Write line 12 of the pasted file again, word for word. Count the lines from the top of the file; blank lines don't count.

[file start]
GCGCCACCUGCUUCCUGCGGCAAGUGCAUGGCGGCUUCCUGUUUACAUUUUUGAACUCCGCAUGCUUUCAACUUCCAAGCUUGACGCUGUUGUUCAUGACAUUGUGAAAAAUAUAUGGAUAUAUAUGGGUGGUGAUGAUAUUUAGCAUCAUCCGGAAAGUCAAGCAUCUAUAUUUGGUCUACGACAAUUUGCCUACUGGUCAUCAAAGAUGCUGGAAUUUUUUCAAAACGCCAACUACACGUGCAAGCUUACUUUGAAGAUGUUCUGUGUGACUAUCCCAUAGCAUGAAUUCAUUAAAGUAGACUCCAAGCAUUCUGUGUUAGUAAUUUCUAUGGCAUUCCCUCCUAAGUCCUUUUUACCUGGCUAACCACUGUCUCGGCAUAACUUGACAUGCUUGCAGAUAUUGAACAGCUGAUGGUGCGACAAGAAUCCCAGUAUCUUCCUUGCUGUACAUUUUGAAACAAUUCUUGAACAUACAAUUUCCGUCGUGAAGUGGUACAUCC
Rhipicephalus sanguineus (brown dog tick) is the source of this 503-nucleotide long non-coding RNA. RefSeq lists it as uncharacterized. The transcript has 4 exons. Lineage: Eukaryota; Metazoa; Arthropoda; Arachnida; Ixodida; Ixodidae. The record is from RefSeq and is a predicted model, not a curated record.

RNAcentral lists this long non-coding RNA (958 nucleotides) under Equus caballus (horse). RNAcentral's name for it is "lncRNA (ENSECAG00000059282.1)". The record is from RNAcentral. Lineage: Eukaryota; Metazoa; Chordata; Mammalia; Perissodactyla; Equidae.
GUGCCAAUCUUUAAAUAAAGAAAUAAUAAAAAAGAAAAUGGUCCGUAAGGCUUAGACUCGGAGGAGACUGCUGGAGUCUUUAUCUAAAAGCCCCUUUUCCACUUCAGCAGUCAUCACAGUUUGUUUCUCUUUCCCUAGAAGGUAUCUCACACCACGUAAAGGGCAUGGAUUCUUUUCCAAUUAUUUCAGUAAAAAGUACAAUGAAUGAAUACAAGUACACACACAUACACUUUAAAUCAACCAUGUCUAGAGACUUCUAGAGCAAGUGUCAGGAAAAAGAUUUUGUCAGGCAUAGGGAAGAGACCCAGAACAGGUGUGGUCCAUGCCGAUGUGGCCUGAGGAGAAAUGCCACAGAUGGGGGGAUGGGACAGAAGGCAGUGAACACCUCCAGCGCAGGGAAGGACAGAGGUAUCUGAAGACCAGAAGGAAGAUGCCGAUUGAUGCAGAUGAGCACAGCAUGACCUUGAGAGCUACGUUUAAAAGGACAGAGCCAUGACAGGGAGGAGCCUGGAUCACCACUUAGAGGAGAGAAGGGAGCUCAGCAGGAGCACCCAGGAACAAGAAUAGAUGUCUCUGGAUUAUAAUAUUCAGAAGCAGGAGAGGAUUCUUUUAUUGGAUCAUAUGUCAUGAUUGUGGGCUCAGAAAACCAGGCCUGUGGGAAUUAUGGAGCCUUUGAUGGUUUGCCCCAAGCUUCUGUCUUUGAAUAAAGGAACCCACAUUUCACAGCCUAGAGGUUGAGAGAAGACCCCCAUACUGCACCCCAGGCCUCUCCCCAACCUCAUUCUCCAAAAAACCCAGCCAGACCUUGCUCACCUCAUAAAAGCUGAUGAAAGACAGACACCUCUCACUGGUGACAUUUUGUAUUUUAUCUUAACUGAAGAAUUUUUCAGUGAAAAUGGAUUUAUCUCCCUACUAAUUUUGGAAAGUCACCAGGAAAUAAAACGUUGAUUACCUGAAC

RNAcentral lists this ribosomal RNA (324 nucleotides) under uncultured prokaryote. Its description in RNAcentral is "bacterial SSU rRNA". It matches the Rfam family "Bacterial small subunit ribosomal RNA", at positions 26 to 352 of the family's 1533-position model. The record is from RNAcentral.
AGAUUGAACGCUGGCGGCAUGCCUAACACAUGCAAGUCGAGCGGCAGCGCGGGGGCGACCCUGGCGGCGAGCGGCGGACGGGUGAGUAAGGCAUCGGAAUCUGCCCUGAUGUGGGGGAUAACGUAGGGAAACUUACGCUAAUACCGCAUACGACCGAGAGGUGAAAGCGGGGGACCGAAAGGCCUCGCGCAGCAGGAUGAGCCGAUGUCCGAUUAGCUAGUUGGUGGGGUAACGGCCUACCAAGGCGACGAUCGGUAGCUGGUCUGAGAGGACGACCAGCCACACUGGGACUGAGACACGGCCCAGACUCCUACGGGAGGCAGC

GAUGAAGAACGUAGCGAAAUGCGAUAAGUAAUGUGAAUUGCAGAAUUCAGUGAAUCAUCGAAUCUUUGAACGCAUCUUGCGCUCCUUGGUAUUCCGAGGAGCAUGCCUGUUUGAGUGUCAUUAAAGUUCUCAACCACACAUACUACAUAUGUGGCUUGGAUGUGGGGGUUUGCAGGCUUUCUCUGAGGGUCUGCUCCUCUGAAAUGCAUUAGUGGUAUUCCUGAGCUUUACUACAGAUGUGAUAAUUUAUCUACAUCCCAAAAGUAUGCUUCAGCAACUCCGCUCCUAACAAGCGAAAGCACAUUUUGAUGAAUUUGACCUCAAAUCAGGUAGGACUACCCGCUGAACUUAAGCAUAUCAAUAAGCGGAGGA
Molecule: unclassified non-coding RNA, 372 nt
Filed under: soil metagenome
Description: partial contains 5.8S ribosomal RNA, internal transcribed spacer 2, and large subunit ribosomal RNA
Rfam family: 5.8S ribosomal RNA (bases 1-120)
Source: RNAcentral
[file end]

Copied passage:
Source: RNAcentral